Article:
This fall the Official Opposition demonstrated just how effectively it defended Quebecers’ interests. Thanks to the Liberal team’s work, François Legault’s government was forced to backtrack in certain files and enhance the bills it tabled so that they were more beneficial to citizens.
This session, which is about to close, is quite like the one we experienced last spring. The government multiplied the number of ill-conceived bills it presented, bills that were improvised and for which no one was consulted.
Reforms made to the Programme de l’expérience québécoise were, without a doubt, the most glaring example of improvisation and lack of sensitivity. Minister Simon Jolin-Barrette drafted reform without consulting anyone. The Official Opposition’s work shed light on the impact that this proposal would have on thousands of students and workers. Faced with public pressure, the Premier had no choice but to intervene and put the reform on hold.
Rather than accusing the Opposition of obstruction, François Legault should sit down with his team and better prepare parliamentary proceedings. The Premier should also demand more rigour from his ministers when it comes to the quality of the bills that are tabled.
No less than 107 amendments were submitted during the study of Bill 27, which mainly concerns government organization pertaining to economy and innovation. That is a testament to the fact that the bills tabled by the CAQ lack the proper upstream study.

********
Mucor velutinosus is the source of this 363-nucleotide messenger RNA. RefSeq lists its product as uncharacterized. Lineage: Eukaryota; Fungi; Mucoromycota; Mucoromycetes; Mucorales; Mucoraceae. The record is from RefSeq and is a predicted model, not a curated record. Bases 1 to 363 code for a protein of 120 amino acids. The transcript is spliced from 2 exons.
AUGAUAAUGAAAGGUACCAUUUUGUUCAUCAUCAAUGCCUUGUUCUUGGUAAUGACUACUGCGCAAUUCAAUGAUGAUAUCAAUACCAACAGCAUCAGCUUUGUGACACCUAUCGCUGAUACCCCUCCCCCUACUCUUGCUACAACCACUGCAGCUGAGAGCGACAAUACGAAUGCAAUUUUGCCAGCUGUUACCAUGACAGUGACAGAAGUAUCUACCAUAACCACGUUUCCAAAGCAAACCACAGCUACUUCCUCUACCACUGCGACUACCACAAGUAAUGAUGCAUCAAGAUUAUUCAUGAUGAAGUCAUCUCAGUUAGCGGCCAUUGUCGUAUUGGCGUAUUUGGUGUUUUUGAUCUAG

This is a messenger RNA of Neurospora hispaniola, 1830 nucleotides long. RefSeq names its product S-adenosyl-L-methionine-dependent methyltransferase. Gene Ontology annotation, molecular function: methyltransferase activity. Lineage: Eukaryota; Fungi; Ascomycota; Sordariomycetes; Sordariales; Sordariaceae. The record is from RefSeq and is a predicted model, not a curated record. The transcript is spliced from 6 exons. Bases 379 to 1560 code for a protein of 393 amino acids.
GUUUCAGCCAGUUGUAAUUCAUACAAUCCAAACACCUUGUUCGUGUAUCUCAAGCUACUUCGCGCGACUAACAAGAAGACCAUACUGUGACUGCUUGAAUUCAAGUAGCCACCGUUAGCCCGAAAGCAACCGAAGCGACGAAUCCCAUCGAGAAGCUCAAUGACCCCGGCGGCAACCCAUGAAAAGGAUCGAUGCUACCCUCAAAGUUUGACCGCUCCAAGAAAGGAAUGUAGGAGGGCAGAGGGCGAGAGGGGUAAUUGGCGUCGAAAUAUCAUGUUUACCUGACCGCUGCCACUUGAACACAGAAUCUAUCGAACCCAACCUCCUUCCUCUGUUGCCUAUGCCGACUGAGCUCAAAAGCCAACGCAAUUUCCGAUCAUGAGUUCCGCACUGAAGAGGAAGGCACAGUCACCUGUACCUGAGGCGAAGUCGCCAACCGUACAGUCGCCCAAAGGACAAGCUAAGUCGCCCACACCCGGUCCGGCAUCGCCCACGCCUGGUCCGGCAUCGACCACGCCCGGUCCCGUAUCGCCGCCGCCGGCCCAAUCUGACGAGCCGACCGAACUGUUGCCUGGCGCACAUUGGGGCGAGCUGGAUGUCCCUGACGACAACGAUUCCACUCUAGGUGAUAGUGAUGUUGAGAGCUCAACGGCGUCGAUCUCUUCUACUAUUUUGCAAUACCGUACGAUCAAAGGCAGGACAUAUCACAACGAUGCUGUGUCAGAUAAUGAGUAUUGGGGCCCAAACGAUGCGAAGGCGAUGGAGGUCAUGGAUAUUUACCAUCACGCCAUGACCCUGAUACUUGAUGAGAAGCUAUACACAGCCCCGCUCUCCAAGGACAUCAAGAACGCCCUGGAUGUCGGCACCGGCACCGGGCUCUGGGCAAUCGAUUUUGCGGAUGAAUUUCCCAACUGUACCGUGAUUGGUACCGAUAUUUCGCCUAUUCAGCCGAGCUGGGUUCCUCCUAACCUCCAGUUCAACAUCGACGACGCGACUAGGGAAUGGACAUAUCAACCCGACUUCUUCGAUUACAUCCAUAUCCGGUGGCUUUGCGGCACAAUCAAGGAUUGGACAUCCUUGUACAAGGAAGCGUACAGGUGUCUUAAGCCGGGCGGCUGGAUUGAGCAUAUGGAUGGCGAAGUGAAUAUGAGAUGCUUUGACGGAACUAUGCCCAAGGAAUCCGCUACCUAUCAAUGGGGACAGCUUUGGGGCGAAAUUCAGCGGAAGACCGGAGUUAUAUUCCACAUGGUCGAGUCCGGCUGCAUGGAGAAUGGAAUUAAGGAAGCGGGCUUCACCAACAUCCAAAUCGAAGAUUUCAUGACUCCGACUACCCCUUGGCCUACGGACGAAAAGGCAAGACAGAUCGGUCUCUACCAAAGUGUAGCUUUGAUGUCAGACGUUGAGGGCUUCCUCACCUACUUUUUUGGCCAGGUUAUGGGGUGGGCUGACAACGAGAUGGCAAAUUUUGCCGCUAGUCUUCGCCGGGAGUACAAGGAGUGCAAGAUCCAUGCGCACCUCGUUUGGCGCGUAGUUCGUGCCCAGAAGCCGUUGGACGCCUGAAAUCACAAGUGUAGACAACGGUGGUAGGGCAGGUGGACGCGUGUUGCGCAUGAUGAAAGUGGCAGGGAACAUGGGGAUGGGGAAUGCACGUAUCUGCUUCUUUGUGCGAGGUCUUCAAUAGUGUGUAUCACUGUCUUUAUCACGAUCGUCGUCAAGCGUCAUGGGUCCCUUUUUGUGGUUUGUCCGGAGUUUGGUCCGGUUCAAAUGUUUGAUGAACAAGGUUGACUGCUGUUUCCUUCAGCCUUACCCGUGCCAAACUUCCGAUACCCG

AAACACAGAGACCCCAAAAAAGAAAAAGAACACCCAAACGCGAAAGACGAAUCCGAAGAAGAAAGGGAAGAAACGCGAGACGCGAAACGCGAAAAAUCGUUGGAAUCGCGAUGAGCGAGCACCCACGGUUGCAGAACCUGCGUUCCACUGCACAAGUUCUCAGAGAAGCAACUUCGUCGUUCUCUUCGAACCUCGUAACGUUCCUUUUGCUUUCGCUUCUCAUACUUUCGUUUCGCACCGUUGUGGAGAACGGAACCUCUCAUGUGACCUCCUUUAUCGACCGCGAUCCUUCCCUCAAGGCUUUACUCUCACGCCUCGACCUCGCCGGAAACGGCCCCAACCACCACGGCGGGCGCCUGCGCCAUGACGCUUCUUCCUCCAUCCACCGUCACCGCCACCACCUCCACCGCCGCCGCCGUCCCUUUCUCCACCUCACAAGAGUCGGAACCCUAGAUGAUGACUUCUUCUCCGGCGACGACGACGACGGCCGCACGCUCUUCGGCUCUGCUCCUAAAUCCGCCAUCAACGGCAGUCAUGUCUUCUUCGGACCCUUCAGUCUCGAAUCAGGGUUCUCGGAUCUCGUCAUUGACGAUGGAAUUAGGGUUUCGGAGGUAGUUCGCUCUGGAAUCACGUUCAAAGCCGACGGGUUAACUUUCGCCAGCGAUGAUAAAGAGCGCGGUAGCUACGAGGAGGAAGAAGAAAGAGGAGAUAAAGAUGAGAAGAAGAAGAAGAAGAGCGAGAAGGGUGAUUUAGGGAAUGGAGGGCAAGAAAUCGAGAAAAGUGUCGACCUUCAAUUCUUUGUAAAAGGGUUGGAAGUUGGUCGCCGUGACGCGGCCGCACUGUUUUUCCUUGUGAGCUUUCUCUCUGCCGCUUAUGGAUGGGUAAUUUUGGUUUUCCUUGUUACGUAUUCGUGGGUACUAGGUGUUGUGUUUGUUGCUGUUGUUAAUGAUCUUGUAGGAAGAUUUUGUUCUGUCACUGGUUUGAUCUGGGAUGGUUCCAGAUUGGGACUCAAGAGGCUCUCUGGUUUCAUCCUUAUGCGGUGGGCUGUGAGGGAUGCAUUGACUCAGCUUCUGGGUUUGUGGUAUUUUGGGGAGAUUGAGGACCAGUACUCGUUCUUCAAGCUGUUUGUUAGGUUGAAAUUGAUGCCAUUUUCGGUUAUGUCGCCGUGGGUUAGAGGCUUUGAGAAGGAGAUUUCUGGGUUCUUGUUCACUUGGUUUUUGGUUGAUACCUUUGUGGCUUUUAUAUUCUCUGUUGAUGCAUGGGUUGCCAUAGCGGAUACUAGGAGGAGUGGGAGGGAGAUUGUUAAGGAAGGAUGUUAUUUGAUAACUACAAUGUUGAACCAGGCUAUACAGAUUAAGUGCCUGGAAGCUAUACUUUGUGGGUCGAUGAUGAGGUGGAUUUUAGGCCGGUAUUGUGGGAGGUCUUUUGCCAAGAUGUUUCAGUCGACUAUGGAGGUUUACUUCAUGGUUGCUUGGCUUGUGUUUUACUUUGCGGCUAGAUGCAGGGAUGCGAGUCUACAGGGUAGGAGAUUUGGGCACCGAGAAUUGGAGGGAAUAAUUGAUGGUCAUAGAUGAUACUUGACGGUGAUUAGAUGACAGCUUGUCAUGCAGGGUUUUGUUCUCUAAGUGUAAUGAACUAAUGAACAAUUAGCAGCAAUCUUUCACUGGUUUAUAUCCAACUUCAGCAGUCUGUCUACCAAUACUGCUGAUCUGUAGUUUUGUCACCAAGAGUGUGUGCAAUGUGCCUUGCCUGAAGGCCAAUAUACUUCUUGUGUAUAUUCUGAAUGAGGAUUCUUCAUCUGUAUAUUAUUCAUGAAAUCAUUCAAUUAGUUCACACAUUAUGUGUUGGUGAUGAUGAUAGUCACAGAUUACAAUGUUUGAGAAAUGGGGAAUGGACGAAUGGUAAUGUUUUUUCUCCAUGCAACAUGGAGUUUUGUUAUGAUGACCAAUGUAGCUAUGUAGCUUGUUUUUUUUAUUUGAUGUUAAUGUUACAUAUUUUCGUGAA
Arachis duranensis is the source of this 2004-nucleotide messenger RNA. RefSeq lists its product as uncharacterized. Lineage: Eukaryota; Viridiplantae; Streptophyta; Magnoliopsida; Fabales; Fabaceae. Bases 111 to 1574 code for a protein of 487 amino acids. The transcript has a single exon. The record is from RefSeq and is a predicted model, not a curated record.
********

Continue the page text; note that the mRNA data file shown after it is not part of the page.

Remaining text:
The Official Opposition is not the only one to see the improvisation and lack of rigour. Many citizen defence groups who took part in parliamentary committee proceedings have warned the government. Each time, no one was listening.
Bill 34, which aims to simplify the process for establishing electricity distribution rates garnered unanimous opposition. The government stubbornly plowed ahead without listening to anyone.
The fact that the Premier keeps repeating that too much time is dedicated to parliamentary committees is in large part due to the fact that his ministers obstinately refuse to demonstrate openness and good faith.
We are looking to enhance, not block, projects that are beneficial to the population. That being said, it is normal that we convey our reservations about the CAQ’s rather embryonic ideas. It is worth questioning the gravitas demonstrated in the bills drafted by this government. We have a knack for detecting inconsistencies and cut corners… Something to which this government has made us accustomed. We want the government to demonstrate more rigour in 2020 and to listen to people who do not necessarily share their point of view.
– Pierre Arcand, Leader of the Official Opposition